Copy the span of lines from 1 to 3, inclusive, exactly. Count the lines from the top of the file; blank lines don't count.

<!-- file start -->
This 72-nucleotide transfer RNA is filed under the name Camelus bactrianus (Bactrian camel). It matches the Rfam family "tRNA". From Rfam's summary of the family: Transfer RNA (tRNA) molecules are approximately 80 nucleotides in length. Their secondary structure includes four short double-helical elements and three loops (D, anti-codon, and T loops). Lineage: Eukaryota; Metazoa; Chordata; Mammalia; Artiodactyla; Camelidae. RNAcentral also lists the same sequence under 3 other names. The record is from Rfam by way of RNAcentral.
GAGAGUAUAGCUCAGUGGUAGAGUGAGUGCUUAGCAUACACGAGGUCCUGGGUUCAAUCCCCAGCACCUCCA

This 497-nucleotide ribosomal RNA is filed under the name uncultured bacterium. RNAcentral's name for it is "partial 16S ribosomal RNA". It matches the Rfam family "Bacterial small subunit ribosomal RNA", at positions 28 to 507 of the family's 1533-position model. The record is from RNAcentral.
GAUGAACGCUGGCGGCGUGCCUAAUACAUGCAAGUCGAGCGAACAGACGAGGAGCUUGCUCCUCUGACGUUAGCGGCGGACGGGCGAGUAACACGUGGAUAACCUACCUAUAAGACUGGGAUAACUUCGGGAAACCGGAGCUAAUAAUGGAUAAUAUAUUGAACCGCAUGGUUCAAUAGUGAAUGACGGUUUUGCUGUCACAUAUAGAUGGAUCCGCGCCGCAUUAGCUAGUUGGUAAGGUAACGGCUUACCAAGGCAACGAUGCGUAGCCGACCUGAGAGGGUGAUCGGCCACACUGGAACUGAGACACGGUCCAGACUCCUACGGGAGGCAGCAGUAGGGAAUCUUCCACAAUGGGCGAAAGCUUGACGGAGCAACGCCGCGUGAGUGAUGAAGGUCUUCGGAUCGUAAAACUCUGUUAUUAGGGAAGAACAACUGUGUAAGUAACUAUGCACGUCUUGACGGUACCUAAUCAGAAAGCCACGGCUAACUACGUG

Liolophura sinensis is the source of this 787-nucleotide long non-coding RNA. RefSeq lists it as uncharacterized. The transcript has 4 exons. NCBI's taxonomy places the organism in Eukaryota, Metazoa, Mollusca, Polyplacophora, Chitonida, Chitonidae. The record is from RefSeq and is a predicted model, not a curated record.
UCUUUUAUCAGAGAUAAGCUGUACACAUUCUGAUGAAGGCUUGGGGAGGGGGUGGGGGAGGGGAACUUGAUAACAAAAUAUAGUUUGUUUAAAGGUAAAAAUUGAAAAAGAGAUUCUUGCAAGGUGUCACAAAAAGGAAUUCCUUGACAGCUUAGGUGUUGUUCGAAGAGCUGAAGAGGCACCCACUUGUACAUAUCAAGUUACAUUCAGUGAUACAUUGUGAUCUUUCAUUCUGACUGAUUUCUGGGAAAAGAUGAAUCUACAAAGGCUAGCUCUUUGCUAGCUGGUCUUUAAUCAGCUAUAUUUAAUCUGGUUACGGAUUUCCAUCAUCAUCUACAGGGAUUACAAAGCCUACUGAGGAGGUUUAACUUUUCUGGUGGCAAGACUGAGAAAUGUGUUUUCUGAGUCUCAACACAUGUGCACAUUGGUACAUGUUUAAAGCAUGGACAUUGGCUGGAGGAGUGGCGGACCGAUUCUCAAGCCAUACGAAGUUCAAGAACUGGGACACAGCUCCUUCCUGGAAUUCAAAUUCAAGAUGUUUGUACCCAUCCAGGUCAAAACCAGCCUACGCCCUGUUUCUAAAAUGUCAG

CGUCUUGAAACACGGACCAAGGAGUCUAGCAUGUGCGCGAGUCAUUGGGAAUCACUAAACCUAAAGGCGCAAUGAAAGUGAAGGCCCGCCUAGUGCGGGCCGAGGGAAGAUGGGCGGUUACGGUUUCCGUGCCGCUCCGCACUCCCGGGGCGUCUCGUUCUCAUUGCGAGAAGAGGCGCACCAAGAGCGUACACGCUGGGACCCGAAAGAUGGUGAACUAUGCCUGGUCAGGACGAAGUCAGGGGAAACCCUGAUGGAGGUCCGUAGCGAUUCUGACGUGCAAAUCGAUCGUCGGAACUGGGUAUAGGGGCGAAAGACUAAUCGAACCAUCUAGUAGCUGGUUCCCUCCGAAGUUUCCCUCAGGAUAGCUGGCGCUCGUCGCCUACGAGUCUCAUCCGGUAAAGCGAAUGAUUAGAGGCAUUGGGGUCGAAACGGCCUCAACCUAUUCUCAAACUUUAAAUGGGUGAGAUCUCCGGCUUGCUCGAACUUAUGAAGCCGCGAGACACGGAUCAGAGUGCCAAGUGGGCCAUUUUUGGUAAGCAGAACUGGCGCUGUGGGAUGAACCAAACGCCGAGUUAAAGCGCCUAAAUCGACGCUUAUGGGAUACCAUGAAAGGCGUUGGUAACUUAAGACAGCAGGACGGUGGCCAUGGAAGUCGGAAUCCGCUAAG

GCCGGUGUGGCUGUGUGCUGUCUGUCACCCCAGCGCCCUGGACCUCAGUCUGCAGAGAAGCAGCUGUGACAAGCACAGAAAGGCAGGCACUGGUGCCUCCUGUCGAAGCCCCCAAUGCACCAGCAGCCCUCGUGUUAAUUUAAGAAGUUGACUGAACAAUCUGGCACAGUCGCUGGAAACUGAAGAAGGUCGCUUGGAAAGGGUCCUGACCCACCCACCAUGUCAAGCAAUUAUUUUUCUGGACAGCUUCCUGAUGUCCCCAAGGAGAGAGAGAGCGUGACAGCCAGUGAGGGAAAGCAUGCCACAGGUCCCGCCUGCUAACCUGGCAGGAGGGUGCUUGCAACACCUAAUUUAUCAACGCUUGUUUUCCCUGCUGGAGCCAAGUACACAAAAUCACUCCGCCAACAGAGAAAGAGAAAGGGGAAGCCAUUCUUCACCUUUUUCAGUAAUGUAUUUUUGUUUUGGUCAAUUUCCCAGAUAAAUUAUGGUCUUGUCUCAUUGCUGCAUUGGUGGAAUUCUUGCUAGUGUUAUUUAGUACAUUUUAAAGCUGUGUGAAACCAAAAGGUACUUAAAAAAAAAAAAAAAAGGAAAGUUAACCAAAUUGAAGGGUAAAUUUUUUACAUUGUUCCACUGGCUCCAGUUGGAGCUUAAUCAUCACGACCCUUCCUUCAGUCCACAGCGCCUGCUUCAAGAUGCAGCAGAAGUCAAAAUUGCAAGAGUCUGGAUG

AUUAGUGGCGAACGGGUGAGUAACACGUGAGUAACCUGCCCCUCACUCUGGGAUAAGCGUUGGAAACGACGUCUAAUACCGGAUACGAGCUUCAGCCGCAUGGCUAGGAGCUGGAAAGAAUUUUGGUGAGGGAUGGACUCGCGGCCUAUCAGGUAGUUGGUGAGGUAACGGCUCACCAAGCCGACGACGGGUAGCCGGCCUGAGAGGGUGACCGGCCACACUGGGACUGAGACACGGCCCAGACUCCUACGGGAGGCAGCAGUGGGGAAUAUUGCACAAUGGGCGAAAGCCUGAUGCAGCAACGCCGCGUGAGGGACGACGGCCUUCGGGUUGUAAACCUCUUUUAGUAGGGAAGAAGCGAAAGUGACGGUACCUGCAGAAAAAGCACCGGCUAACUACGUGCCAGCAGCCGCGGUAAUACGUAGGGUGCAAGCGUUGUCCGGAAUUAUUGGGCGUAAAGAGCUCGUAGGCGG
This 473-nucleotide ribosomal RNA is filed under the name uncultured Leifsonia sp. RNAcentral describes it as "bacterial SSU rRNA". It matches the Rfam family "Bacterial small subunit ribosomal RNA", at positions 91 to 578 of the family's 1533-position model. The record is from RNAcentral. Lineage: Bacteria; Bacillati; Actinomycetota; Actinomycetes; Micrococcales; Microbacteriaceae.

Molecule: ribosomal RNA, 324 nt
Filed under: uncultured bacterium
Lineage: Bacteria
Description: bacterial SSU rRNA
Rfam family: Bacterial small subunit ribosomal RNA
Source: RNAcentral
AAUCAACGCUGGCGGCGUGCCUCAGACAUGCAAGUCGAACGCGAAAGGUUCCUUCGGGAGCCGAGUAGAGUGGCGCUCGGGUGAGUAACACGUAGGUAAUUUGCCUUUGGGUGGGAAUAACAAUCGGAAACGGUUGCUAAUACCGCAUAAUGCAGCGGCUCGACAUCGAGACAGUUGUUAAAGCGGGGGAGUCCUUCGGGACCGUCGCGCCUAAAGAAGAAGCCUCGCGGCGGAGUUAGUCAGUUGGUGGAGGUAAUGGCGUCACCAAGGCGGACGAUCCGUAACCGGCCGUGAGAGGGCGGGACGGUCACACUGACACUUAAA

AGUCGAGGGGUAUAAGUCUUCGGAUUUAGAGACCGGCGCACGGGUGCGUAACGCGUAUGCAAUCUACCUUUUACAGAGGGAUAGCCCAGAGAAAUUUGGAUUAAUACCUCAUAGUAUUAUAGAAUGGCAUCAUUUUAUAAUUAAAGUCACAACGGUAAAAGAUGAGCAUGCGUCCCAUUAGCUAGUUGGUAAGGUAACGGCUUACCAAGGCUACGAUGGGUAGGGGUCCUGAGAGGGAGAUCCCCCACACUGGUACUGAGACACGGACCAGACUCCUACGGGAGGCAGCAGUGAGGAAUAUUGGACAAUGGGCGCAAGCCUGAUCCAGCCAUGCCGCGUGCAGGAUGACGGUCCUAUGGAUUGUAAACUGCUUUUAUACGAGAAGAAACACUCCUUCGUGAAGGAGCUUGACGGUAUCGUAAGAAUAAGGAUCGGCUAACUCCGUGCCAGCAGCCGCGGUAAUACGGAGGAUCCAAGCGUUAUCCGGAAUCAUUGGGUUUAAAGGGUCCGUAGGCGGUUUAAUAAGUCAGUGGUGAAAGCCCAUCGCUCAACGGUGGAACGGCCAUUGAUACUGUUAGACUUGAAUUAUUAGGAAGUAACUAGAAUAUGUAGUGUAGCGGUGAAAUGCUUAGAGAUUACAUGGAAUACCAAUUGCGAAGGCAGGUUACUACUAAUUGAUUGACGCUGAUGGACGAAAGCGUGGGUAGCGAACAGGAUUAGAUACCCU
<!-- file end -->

This 72-nucleotide transfer RNA is filed under the name Camelus bactrianus (Bactrian camel). It matches the Rfam family "tRNA". From Rfam's summary of the family: Transfer RNA (tRNA) molecules are approximately 80 nucleotides in length. Their secondary structure includes four short double-helical elements and three loops (D, anti-codon, and T loops). Lineage: Eukaryota; Metazoa; Chordata; Mammalia; Artiodactyla; Camelidae. RNAcentral also lists the same sequence under 3 other names. The record is from Rfam by way of RNAcentral.
GAGAGUAUAGCUCAGUGGUAGAGUGAGUGCUUAGCAUACACGAGGUCCUGGGUUCAAUCCCCAGCACCUCCA

This 497-nucleotide ribosomal RNA is filed under the name uncultured bacterium. RNAcentral's name for it is "partial 16S ribosomal RNA". It matches the Rfam family "Bacterial small subunit ribosomal RNA", at positions 28 to 507 of the family's 1533-position model. The record is from RNAcentral.